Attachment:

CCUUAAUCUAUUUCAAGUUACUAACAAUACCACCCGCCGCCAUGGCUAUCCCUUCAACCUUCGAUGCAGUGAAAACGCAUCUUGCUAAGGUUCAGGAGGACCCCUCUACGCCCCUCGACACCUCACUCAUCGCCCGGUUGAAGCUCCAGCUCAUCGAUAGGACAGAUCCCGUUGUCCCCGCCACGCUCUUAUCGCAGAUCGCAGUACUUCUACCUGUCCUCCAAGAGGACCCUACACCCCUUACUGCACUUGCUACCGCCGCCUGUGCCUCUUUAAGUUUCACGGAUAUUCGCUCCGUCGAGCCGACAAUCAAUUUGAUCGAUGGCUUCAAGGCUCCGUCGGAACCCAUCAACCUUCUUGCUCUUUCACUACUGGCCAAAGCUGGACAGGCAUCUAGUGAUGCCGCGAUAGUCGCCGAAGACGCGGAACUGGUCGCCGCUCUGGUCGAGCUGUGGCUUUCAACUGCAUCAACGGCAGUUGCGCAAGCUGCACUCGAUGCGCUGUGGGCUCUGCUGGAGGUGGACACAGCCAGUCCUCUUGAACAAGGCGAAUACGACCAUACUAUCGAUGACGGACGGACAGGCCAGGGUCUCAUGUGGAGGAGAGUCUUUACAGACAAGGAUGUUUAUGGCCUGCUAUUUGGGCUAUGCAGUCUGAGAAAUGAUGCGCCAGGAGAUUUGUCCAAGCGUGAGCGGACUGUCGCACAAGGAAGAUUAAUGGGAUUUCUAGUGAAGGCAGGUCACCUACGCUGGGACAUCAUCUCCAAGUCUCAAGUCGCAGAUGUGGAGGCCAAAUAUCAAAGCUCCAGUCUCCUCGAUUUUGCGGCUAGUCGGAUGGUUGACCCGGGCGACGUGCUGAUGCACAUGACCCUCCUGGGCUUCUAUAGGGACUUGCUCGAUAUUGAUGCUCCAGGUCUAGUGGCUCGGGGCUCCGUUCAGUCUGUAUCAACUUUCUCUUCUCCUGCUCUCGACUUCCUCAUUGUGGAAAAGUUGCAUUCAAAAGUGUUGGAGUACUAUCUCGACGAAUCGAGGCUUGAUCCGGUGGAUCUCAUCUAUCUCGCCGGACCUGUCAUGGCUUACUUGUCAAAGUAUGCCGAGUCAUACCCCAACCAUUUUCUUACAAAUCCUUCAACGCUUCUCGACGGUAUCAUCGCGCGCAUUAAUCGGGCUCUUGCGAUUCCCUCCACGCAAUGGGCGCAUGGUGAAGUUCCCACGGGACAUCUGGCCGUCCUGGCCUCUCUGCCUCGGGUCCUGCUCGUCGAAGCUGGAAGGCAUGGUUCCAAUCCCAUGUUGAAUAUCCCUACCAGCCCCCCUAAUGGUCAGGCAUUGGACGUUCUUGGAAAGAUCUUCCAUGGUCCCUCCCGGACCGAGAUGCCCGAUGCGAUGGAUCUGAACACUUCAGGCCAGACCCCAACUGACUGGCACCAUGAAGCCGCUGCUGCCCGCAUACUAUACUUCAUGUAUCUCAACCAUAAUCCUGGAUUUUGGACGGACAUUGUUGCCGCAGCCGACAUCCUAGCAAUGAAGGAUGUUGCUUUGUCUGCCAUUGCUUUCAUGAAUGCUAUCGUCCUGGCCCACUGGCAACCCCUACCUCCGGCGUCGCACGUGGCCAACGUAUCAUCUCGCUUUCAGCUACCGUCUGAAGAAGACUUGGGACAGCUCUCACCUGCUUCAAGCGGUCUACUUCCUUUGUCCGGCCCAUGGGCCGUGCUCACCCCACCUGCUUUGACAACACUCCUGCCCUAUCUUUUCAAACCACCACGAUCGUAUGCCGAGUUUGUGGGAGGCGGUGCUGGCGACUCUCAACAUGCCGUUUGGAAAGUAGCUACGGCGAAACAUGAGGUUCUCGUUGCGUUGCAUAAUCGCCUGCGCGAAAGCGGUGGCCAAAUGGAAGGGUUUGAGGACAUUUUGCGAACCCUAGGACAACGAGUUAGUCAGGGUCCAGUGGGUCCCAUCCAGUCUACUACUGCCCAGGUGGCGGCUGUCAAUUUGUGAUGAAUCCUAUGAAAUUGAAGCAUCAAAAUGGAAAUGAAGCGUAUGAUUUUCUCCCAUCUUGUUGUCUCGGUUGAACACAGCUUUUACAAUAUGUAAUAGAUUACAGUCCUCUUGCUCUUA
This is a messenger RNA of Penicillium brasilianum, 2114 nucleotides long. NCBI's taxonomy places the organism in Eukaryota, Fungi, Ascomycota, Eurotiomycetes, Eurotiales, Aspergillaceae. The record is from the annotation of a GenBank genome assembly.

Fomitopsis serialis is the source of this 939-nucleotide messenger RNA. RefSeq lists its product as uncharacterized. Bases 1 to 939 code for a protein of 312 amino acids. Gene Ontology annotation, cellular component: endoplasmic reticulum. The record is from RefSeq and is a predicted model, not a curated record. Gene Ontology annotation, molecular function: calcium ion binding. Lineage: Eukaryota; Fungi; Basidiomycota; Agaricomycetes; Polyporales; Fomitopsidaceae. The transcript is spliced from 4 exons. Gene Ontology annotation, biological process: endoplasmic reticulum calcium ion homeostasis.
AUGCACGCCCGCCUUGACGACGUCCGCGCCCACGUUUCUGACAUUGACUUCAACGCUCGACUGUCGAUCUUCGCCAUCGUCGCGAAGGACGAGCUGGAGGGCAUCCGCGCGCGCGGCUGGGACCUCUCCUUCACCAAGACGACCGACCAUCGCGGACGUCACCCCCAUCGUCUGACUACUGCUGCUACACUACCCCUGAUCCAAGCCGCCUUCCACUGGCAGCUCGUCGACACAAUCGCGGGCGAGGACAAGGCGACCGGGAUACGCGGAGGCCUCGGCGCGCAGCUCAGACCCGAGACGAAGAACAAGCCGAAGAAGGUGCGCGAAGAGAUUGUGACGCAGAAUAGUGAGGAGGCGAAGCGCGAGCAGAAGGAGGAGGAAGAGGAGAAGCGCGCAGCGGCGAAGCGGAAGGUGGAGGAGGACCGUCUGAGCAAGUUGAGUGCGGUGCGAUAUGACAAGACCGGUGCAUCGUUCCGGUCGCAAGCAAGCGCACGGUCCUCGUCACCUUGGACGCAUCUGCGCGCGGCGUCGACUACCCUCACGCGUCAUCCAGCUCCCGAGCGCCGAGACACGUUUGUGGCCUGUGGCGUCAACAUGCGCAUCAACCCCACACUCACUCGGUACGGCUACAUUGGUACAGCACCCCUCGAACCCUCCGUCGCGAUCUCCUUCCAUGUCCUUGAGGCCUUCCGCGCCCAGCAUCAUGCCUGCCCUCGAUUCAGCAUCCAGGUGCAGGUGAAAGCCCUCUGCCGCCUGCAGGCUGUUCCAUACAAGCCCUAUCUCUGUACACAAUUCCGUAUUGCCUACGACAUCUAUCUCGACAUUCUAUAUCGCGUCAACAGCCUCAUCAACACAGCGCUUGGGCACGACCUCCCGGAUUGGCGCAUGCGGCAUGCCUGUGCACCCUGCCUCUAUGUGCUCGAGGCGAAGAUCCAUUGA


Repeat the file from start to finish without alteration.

CCUUAAUCUAUUUCAAGUUACUAACAAUACCACCCGCCGCCAUGGCUAUCCCUUCAACCUUCGAUGCAGUGAAAACGCAUCUUGCUAAGGUUCAGGAGGACCCCUCUACGCCCCUCGACACCUCACUCAUCGCCCGGUUGAAGCUCCAGCUCAUCGAUAGGACAGAUCCCGUUGUCCCCGCCACGCUCUUAUCGCAGAUCGCAGUACUUCUACCUGUCCUCCAAGAGGACCCUACACCCCUUACUGCACUUGCUACCGCCGCCUGUGCCUCUUUAAGUUUCACGGAUAUUCGCUCCGUCGAGCCGACAAUCAAUUUGAUCGAUGGCUUCAAGGCUCCGUCGGAACCCAUCAACCUUCUUGCUCUUUCACUACUGGCCAAAGCUGGACAGGCAUCUAGUGAUGCCGCGAUAGUCGCCGAAGACGCGGAACUGGUCGCCGCUCUGGUCGAGCUGUGGCUUUCAACUGCAUCAACGGCAGUUGCGCAAGCUGCACUCGAUGCGCUGUGGGCUCUGCUGGAGGUGGACACAGCCAGUCCUCUUGAACAAGGCGAAUACGACCAUACUAUCGAUGACGGACGGACAGGCCAGGGUCUCAUGUGGAGGAGAGUCUUUACAGACAAGGAUGUUUAUGGCCUGCUAUUUGGGCUAUGCAGUCUGAGAAAUGAUGCGCCAGGAGAUUUGUCCAAGCGUGAGCGGACUGUCGCACAAGGAAGAUUAAUGGGAUUUCUAGUGAAGGCAGGUCACCUACGCUGGGACAUCAUCUCCAAGUCUCAAGUCGCAGAUGUGGAGGCCAAAUAUCAAAGCUCCAGUCUCCUCGAUUUUGCGGCUAGUCGGAUGGUUGACCCGGGCGACGUGCUGAUGCACAUGACCCUCCUGGGCUUCUAUAGGGACUUGCUCGAUAUUGAUGCUCCAGGUCUAGUGGCUCGGGGCUCCGUUCAGUCUGUAUCAACUUUCUCUUCUCCUGCUCUCGACUUCCUCAUUGUGGAAAAGUUGCAUUCAAAAGUGUUGGAGUACUAUCUCGACGAAUCGAGGCUUGAUCCGGUGGAUCUCAUCUAUCUCGCCGGACCUGUCAUGGCUUACUUGUCAAAGUAUGCCGAGUCAUACCCCAACCAUUUUCUUACAAAUCCUUCAACGCUUCUCGACGGUAUCAUCGCGCGCAUUAAUCGGGCUCUUGCGAUUCCCUCCACGCAAUGGGCGCAUGGUGAAGUUCCCACGGGACAUCUGGCCGUCCUGGCCUCUCUGCCUCGGGUCCUGCUCGUCGAAGCUGGAAGGCAUGGUUCCAAUCCCAUGUUGAAUAUCCCUACCAGCCCCCCUAAUGGUCAGGCAUUGGACGUUCUUGGAAAGAUCUUCCAUGGUCCCUCCCGGACCGAGAUGCCCGAUGCGAUGGAUCUGAACACUUCAGGCCAGACCCCAACUGACUGGCACCAUGAAGCCGCUGCUGCCCGCAUACUAUACUUCAUGUAUCUCAACCAUAAUCCUGGAUUUUGGACGGACAUUGUUGCCGCAGCCGACAUCCUAGCAAUGAAGGAUGUUGCUUUGUCUGCCAUUGCUUUCAUGAAUGCUAUCGUCCUGGCCCACUGGCAACCCCUACCUCCGGCGUCGCACGUGGCCAACGUAUCAUCUCGCUUUCAGCUACCGUCUGAAGAAGACUUGGGACAGCUCUCACCUGCUUCAAGCGGUCUACUUCCUUUGUCCGGCCCAUGGGCCGUGCUCACCCCACCUGCUUUGACAACACUCCUGCCCUAUCUUUUCAAACCACCACGAUCGUAUGCCGAGUUUGUGGGAGGCGGUGCUGGCGACUCUCAACAUGCCGUUUGGAAAGUAGCUACGGCGAAACAUGAGGUUCUCGUUGCGUUGCAUAAUCGCCUGCGCGAAAGCGGUGGCCAAAUGGAAGGGUUUGAGGACAUUUUGCGAACCCUAGGACAACGAGUUAGUCAGGGUCCAGUGGGUCCCAUCCAGUCUACUACUGCCCAGGUGGCGGCUGUCAAUUUGUGAUGAAUCCUAUGAAAUUGAAGCAUCAAAAUGGAAAUGAAGCGUAUGAUUUUCUCCCAUCUUGUUGUCUCGGUUGAACACAGCUUUUACAAUAUGUAAUAGAUUACAGUCCUCUUGCUCUUA
This is a messenger RNA of Penicillium brasilianum, 2114 nucleotides long. NCBI's taxonomy places the organism in Eukaryota, Fungi, Ascomycota, Eurotiomycetes, Eurotiales, Aspergillaceae. The record is from the annotation of a GenBank genome assembly.

Fomitopsis serialis is the source of this 939-nucleotide messenger RNA. RefSeq lists its product as uncharacterized. Bases 1 to 939 code for a protein of 312 amino acids. Gene Ontology annotation, cellular component: endoplasmic reticulum. The record is from RefSeq and is a predicted model, not a curated record. Gene Ontology annotation, molecular function: calcium ion binding. Lineage: Eukaryota; Fungi; Basidiomycota; Agaricomycetes; Polyporales; Fomitopsidaceae. The transcript is spliced from 4 exons. Gene Ontology annotation, biological process: endoplasmic reticulum calcium ion homeostasis.
AUGCACGCCCGCCUUGACGACGUCCGCGCCCACGUUUCUGACAUUGACUUCAACGCUCGACUGUCGAUCUUCGCCAUCGUCGCGAAGGACGAGCUGGAGGGCAUCCGCGCGCGCGGCUGGGACCUCUCCUUCACCAAGACGACCGACCAUCGCGGACGUCACCCCCAUCGUCUGACUACUGCUGCUACACUACCCCUGAUCCAAGCCGCCUUCCACUGGCAGCUCGUCGACACAAUCGCGGGCGAGGACAAGGCGACCGGGAUACGCGGAGGCCUCGGCGCGCAGCUCAGACCCGAGACGAAGAACAAGCCGAAGAAGGUGCGCGAAGAGAUUGUGACGCAGAAUAGUGAGGAGGCGAAGCGCGAGCAGAAGGAGGAGGAAGAGGAGAAGCGCGCAGCGGCGAAGCGGAAGGUGGAGGAGGACCGUCUGAGCAAGUUGAGUGCGGUGCGAUAUGACAAGACCGGUGCAUCGUUCCGGUCGCAAGCAAGCGCACGGUCCUCGUCACCUUGGACGCAUCUGCGCGCGGCGUCGACUACCCUCACGCGUCAUCCAGCUCCCGAGCGCCGAGACACGUUUGUGGCCUGUGGCGUCAACAUGCGCAUCAACCCCACACUCACUCGGUACGGCUACAUUGGUACAGCACCCCUCGAACCCUCCGUCGCGAUCUCCUUCCAUGUCCUUGAGGCCUUCCGCGCCCAGCAUCAUGCCUGCCCUCGAUUCAGCAUCCAGGUGCAGGUGAAAGCCCUCUGCCGCCUGCAGGCUGUUCCAUACAAGCCCUAUCUCUGUACACAAUUCCGUAUUGCCUACGACAUCUAUCUCGACAUUCUAUAUCGCGUCAACAGCCUCAUCAACACAGCGCUUGGGCACGACCUCCCGGAUUGGCGCAUGCGGCAUGCCUGUGCACCCUGCCUCUAUGUGCUCGAGGCGAAGAUCCAUUGA